Wednesday, June 07, 2017


I watch him in a room full of people, a store or a park or a fair where the throngs swirl and eddy about us, and I see how alone he is there. I worry.

Don't worry, they say, he's going to be OK. He's going to be fine. He's smart and funny and he loves people. He wants to interact with them. He smiles and laughs and loves everybody. I see the intensity of his joy and his love. I see the intelligence burning behind the fumbling attempts to connect and try to bring people into that world, to enter their world, to bring them together. I see him trying to touch those lives.

I worry because I remember.

Holding a photo in my hand, me at 14, 15, 17, 20. I remember what it was like to be in rooms full of people and all alone. I remember the giddy feeling of finally making a connection, clinging to it as a lifeline, sometimes- just like my baby- a little too close or a little too tightly. I remember how much it hurt to grow up and try not to explode all over, and not to lose oneself out in your own world. I remember running in the rain, finally with other people like me, and then being ripped away to go back to a reality that thought I was too tall, too fat, too weird, too smart, too ugly, too much, and had no compunction against telling me so.

I remember watching them from the distance. I remember finding that being next to them didn't matter. I could be dead in the center of their space, and completely invisible, or so visible that every flaw was shoved into my face.

I look at the photo and don't see a girl who was fat, or weird, or ugly. She looks beautiful. Overwhelmingly, majestically, almost too beautiful. I try to remember that was me. Then sometimes I try to forget, because it hurts. After all these years, it is still agony. Time had blunted it for a while, but now I have my boys. I remember. If they could reject and scorn that beauty, that wonder of a child, what pain will my boys have to endure? Why should they have to?

Being alone in a throng of people hurts. Watching them swirl by, I know what Kirchner meant. I know why van Gogh wanted to paint. I wonder if this is what it is to be a masterpiece. I want to run in and hug them, both of them, and tell them. My social Pied Piper and my gregarious ham, the yin and yang of my boys. 

Masterpieces, both of them. I see my brother's face as they turn, his loping gait as they walk across the baseball field or jog in front of me in the park. I remember 13 and 15, and the stark differences between them. I look at what my boys can do, what they cannot do, and I worry. 

It is hard, becoming a work of real art. I realize they both have the pith to bloom through it. 

Friday, May 05, 2017

Community means all of us.

When Joey was little and we were just starting out in special education, Joey's teacher told us to always bring a photo of him to the IEP meeting. The point was to make sure that no one lost sight of the fact that Joey was wasn't just a name on a piece of paperwork. He is a human being.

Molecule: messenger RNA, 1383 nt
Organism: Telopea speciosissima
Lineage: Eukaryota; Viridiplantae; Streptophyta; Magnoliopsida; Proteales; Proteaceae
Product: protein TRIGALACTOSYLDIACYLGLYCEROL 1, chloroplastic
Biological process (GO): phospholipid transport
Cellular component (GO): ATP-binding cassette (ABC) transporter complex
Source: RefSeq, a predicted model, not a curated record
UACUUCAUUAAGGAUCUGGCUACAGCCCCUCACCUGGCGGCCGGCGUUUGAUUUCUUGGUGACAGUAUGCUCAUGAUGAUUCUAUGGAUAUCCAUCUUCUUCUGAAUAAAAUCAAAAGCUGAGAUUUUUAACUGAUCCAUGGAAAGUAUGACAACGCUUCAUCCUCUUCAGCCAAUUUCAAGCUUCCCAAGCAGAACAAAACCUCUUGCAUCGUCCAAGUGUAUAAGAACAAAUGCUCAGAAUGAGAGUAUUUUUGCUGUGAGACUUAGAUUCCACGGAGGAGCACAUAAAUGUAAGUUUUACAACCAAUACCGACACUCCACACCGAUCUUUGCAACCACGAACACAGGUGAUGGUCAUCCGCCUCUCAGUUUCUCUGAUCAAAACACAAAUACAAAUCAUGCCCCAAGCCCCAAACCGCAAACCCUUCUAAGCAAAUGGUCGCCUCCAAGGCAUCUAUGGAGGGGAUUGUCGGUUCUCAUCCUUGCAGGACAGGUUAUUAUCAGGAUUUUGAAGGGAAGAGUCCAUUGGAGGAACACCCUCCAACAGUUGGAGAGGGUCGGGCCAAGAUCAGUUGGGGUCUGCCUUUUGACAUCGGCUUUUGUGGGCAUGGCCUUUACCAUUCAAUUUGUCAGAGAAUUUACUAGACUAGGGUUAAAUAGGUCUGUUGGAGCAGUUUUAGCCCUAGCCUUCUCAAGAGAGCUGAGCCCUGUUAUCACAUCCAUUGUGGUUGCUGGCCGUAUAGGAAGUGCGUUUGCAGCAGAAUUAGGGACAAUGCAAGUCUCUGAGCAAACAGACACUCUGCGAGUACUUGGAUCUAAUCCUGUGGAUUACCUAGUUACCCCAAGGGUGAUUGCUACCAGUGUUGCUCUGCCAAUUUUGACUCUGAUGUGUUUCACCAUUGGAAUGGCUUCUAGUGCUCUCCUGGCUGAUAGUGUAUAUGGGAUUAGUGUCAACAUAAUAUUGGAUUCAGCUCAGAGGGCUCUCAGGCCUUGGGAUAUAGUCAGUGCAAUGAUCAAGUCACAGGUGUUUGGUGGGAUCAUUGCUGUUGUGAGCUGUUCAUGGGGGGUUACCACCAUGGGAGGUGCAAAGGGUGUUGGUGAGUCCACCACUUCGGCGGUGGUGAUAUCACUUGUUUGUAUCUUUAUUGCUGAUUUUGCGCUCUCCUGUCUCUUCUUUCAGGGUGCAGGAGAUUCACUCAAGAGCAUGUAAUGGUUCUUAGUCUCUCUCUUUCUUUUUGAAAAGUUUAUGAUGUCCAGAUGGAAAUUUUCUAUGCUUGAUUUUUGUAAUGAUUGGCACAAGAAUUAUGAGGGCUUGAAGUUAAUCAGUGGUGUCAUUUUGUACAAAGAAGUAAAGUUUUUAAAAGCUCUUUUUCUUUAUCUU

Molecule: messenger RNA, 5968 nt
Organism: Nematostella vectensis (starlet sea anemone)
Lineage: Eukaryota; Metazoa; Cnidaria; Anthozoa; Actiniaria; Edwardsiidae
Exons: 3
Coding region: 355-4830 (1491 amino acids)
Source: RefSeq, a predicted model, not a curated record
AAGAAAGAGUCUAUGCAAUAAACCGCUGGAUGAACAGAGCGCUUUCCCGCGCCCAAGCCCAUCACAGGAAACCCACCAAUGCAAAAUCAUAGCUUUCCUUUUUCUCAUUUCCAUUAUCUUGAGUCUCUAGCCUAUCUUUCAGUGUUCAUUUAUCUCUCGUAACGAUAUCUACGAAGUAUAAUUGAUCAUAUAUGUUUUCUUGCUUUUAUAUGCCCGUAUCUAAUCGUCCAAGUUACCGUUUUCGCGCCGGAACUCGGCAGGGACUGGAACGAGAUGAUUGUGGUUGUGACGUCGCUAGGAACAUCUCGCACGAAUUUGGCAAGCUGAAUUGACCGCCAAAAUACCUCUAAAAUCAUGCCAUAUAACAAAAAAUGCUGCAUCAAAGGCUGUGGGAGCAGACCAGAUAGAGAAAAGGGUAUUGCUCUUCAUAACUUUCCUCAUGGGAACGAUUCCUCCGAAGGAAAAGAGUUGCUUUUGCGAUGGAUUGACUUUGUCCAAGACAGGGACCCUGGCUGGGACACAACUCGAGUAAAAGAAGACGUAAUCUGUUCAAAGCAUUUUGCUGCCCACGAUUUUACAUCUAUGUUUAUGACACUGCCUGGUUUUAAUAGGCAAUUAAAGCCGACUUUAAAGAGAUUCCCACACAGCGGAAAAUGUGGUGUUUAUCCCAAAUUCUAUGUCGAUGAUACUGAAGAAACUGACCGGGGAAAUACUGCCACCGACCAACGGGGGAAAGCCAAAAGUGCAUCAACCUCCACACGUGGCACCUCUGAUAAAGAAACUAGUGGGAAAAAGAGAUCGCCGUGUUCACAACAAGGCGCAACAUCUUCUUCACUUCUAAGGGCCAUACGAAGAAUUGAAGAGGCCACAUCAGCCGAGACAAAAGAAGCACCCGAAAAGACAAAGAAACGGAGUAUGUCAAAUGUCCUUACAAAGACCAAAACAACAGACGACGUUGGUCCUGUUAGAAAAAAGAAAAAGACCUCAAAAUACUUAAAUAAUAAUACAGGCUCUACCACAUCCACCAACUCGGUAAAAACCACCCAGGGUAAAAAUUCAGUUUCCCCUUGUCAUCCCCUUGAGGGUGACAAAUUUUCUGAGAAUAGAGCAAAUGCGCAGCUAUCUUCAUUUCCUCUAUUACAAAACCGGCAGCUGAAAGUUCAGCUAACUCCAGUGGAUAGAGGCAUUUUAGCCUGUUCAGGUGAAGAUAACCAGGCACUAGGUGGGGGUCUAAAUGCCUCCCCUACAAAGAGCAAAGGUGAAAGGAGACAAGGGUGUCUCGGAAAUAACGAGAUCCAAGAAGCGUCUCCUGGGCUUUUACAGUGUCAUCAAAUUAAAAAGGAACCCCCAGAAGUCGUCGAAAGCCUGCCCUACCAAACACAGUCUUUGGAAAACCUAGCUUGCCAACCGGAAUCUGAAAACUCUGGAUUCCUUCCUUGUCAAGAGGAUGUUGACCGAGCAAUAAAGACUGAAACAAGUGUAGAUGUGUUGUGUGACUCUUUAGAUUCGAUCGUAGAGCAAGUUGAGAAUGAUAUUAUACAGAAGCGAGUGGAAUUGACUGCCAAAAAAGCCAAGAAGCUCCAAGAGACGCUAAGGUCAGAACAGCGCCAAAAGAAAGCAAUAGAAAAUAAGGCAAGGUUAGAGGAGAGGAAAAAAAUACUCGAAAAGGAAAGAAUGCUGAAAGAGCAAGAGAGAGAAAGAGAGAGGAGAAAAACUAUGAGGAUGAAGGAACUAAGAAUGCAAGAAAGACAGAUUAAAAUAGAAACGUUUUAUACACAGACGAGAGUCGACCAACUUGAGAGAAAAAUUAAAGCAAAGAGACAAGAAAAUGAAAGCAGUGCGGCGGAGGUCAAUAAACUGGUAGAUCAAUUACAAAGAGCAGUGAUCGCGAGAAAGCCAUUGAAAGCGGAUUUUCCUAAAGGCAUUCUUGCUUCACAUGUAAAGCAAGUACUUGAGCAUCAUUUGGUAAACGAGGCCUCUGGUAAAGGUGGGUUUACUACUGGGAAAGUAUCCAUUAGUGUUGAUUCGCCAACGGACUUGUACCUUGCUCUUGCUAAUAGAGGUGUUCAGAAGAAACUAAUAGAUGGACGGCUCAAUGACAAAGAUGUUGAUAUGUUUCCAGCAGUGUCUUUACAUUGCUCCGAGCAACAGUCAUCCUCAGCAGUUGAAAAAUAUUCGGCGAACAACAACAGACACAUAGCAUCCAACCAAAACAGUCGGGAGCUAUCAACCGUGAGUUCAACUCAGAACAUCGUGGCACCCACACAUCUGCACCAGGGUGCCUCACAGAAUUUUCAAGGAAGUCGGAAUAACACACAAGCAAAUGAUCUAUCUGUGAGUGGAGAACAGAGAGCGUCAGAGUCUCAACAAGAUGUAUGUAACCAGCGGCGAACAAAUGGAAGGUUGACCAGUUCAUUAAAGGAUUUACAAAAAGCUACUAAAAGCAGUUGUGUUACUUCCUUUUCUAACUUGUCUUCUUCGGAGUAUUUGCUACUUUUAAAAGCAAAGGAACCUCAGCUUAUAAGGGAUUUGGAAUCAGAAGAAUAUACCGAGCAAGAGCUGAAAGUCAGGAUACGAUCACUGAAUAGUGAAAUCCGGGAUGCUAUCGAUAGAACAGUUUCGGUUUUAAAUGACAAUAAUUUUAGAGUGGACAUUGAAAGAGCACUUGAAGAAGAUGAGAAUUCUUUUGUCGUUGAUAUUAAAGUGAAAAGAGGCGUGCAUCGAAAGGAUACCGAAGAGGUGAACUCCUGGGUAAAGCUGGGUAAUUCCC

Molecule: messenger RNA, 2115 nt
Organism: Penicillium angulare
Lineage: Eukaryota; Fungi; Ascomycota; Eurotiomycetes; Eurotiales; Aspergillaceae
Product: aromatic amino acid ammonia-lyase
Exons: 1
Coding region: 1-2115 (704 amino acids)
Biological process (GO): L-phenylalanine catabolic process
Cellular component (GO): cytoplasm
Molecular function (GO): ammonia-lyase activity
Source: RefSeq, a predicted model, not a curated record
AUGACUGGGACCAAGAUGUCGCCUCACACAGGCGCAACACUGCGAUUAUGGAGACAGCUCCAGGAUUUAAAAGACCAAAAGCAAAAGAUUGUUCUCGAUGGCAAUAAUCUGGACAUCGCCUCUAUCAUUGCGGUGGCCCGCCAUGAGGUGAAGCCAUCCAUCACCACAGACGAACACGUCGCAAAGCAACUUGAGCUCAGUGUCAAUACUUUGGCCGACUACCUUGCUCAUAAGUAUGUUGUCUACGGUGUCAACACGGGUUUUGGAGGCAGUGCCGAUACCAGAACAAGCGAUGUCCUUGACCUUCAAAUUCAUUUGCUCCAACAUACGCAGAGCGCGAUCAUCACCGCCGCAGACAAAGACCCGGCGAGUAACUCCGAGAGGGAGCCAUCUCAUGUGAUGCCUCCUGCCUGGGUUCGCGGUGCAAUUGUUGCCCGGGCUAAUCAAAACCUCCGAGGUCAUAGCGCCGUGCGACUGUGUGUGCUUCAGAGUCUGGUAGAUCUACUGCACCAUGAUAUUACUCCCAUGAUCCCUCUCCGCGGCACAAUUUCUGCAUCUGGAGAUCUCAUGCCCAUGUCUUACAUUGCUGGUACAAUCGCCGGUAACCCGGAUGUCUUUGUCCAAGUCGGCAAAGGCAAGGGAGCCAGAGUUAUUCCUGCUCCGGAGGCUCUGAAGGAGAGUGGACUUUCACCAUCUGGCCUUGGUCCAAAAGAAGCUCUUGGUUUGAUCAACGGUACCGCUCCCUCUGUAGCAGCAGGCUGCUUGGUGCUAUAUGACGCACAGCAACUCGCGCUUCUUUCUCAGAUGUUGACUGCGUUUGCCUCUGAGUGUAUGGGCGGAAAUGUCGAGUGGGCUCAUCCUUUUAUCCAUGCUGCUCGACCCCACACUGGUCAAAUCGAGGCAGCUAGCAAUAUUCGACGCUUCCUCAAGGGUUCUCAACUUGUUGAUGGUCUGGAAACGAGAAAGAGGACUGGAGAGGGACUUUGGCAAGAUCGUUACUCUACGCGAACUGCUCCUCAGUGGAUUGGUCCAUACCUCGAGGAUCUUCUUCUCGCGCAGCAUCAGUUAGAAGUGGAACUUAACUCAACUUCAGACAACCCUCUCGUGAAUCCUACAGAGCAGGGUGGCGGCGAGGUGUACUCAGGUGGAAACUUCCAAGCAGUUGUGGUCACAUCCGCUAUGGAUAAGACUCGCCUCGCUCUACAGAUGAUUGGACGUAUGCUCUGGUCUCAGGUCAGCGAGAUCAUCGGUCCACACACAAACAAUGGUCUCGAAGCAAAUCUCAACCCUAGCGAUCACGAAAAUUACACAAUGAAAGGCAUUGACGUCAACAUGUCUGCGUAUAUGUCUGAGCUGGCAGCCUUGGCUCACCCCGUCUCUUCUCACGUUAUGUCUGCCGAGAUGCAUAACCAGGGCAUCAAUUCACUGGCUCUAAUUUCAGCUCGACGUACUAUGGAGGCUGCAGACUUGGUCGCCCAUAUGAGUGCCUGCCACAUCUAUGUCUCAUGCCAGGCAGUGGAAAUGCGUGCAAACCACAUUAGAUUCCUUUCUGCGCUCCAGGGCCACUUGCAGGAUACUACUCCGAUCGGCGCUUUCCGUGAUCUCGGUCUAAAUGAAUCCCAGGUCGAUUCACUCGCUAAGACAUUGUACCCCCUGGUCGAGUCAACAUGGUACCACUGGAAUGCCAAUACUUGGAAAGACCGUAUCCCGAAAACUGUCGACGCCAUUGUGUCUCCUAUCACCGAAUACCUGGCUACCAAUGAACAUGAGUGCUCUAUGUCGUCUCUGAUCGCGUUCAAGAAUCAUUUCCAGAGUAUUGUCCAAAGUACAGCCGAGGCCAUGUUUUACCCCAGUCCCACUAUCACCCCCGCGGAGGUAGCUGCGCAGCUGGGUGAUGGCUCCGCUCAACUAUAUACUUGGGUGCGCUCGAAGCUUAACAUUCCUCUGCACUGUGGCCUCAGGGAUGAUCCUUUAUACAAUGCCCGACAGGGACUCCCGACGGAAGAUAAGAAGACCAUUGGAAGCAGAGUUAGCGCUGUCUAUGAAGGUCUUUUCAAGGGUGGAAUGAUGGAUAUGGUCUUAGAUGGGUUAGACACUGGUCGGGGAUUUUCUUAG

Being me, I made a Powerpoint. I started with slides about who Joey was as a person- what he liked, things he was good at, and lots and lots of pictures. This is the child we are trying to help. Then I laid out what help he needed and what we felt his goals should be.

I still make them for big IEP meetings. It is important. You have to look into that face and tell me why you think he deserves less than anyone else. I no longer have to take those Powerpoints in to the meetings, though.

I take Joey.

This is HIS LIFE. He deserves it, and has the same right to it, as everyone else. The same as you.

Yesterday, the House of Representatives voted to repeal, instead of analyze and refine, the law that gives my Joey the opportunity to have health insurance. In this country, where healthcare is treated as a commodity and luxury for profit, health insurance is an absolute must for everyone. When profit is the bottom line, costs spiral wildly, and every middle man adds his share. This includes the insurance itself- we add our money into a pool, and the more people in the pool, the less the risk per person for anything they might need. The insurance people then invest that money and hope not too many people need too much, because they want to profit. If too few healthy people are in that pool, the whole collapses. Basically, for-profit healthcare is a big pyramid scheme, and people who actually get sick are at the bottom of that pyramid. Without insurance, you go broke when your health hits a hiccup; you may even die from lack of care.

Or people born with issues that insurers see as medically significant. Not all "pre-existing conditions" are from people making mistakes. As we learned before the laws changed to help all people, autism is a significant pre-existing condition. Because it is a pervasive neurological condition, ANYTHING can be connected to it, especially by the insurance company, who seems to think their opinion is far more important than the expertise and opinion of your doctor in what is "medically necessary."

The House bill converts Medicaid to block grants with federal spending cap. That means the long waitlists for people like my son, waiting to get the healthcare assistance they qualify for, will get longer. When that block runs out, people like my son won't be able to access medical care at all.

Let's be clear: If you cannot afford something, you cannot access it. It is not available to you. There are lots of big mansions out there, but they are not available for me to live in, because I cannot afford to pay for one. A weekend at the beach is out of my reach because not only can I not pay for it, but I would need time off from work to go, and transportation to get there. Having life-saving and life-changing technology is useless if those who need it cannot access it.

When we chop healthcare and community supports, we are chopping Joey's opportunity to be an independent person. We restrict the possibility of him becoming a tax-paying member of society; and we need those taxes to help others in our community who need our help.